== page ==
I was expecting three or four machines but there were 16 working machines and a few others just for display, all from the late 1800's to early 1900's. And they were gorgeous.
Mike's talk on the invention and history of the sewing machine was interesting and funny. This was the first 'lecture' presentation they'd done - they usually do hands-on demos at civil war reenactments and historical sites - and we gave them an A+. If you ever have a chance to see them in action, it's well worth it.
The nine of us in the workshop had a choice of making a grocery bag or "pocket" bag, and almost everyone chose the pocket.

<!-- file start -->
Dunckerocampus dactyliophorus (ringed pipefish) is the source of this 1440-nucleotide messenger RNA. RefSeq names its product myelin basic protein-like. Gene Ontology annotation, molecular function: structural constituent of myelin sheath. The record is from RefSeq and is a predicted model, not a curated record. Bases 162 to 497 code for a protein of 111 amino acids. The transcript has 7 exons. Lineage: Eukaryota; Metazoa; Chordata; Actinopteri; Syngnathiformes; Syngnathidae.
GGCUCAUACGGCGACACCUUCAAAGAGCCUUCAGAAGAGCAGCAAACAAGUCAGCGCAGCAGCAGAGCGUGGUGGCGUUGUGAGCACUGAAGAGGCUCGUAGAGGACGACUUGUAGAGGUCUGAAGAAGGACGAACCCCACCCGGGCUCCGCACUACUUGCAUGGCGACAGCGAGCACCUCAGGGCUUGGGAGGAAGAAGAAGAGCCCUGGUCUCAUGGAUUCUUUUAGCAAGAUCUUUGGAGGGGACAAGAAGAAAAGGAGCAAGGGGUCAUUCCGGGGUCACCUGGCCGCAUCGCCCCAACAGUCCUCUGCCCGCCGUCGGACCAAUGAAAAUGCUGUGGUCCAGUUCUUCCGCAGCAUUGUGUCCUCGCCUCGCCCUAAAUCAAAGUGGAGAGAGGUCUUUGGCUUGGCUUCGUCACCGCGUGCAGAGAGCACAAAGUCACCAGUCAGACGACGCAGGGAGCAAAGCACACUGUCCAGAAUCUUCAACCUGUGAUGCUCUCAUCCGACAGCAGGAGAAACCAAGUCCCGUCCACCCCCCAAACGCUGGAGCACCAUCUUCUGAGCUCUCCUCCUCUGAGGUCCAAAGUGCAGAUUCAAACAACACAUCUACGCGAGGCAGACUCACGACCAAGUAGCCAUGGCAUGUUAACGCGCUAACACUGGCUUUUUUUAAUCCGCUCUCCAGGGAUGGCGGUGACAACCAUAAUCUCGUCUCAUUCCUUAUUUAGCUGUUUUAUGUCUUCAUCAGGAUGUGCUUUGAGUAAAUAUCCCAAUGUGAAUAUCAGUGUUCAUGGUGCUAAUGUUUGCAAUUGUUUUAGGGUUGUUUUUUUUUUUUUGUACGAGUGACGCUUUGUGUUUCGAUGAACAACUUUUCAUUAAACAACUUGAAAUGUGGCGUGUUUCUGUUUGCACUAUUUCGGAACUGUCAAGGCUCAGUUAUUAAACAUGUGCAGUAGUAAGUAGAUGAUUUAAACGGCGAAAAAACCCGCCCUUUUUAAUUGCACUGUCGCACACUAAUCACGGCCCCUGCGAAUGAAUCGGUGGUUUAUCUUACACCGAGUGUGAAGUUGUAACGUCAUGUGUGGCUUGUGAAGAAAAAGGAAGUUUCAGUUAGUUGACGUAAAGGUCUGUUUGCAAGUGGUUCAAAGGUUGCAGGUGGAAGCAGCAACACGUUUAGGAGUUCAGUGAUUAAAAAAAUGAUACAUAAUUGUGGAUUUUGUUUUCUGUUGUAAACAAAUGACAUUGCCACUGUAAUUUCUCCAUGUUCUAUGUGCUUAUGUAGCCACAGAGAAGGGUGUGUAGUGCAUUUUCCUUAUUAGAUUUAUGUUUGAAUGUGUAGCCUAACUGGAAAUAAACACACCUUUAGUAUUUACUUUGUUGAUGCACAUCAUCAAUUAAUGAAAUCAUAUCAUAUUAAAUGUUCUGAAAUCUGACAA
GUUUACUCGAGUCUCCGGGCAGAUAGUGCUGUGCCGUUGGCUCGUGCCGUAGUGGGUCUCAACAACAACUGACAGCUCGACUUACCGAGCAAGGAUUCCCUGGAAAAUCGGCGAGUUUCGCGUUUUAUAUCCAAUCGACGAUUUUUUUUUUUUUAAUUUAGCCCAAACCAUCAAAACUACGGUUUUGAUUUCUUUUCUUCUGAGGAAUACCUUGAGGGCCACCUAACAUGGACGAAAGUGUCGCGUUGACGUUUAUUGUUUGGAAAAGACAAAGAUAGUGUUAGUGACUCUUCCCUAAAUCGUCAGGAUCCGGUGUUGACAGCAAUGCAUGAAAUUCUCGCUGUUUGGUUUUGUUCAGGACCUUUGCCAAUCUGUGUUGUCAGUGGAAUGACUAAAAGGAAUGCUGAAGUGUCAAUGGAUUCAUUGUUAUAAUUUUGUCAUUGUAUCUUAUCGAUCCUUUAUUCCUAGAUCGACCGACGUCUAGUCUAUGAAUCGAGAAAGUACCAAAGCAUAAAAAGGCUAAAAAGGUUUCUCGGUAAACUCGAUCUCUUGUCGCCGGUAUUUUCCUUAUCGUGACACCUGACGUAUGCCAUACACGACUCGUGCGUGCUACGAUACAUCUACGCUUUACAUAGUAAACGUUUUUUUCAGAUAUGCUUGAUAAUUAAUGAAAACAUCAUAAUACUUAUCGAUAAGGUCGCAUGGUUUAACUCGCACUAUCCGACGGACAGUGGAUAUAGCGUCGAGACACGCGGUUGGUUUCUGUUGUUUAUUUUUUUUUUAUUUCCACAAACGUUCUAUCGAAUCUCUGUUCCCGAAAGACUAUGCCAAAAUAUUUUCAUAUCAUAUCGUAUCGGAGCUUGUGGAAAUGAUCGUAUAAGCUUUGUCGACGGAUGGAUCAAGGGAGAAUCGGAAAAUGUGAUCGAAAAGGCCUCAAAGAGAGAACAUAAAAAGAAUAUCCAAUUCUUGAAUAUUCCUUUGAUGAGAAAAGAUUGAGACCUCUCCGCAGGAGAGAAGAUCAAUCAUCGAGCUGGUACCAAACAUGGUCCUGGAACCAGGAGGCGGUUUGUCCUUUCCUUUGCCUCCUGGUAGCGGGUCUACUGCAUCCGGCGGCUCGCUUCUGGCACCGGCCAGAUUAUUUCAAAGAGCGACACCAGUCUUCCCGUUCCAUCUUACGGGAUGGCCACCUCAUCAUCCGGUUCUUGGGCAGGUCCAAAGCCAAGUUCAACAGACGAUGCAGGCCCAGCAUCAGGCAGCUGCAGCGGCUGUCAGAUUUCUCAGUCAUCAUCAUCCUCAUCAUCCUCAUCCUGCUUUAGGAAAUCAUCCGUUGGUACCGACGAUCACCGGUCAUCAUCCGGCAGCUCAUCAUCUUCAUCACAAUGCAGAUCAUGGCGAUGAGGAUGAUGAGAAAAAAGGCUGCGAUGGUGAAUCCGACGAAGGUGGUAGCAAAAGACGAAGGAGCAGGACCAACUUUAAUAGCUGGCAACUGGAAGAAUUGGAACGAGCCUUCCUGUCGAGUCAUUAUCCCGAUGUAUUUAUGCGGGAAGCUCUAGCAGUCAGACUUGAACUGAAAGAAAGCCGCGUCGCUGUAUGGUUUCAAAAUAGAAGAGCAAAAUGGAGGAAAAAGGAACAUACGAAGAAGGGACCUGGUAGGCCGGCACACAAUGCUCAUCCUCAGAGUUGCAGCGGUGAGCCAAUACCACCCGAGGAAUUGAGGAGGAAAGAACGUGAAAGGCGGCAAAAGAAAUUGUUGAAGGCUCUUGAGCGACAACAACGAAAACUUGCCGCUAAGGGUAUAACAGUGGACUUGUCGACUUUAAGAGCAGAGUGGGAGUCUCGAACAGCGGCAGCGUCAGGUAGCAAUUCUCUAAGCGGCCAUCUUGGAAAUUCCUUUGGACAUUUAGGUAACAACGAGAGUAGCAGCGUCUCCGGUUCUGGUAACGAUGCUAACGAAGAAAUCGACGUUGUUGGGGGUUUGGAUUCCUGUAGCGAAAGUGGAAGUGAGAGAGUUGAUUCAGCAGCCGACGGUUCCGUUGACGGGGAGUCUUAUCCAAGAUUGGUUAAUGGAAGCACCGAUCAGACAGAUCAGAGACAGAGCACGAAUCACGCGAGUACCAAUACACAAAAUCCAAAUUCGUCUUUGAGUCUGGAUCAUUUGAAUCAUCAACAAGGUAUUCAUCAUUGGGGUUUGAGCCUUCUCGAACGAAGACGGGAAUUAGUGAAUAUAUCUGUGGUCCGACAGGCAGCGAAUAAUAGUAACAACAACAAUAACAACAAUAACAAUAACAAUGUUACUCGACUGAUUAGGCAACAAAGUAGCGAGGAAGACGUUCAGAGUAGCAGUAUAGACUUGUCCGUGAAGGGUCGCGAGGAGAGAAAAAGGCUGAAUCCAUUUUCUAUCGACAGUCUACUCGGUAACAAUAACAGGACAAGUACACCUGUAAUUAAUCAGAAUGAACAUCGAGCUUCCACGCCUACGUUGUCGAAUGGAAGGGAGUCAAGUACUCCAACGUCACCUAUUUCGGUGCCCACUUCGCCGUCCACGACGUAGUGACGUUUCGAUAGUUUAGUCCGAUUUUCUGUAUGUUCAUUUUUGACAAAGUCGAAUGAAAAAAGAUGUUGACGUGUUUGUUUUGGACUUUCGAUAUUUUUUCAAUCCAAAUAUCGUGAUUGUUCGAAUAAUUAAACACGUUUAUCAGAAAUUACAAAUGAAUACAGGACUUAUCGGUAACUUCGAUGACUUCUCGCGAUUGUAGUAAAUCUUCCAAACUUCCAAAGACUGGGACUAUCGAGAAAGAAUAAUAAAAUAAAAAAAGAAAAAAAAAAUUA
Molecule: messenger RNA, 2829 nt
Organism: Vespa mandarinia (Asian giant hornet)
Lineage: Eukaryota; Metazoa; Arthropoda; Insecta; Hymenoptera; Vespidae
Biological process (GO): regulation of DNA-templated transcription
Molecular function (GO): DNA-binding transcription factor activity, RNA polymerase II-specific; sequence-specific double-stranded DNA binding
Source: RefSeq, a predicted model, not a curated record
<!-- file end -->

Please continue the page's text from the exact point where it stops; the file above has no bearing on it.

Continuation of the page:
I envision using this as a spindle bag, or to hold yarn for a crochet project on-the-go, or to take along to flea markets to carry all my (small-ish) treasures. It can be tied around the waist or worn as a shoulder bag, making it a great all-purpose little thing.
The stitching isn't the most even, but when you consider it was made using a machine over 100 years old, wonky stitch lines can be excused.
And the best thing of all? Mike and Ginger refurbish old sewing machines. So this poor neglected little thing, which has been sitting in my garage for well over 20 years, is going to get a make-over.
Based on patent dates on the bobbin plate, Mike thinks this is from 'teens to 1920's.
Can't wait to see it all polished up and pretty.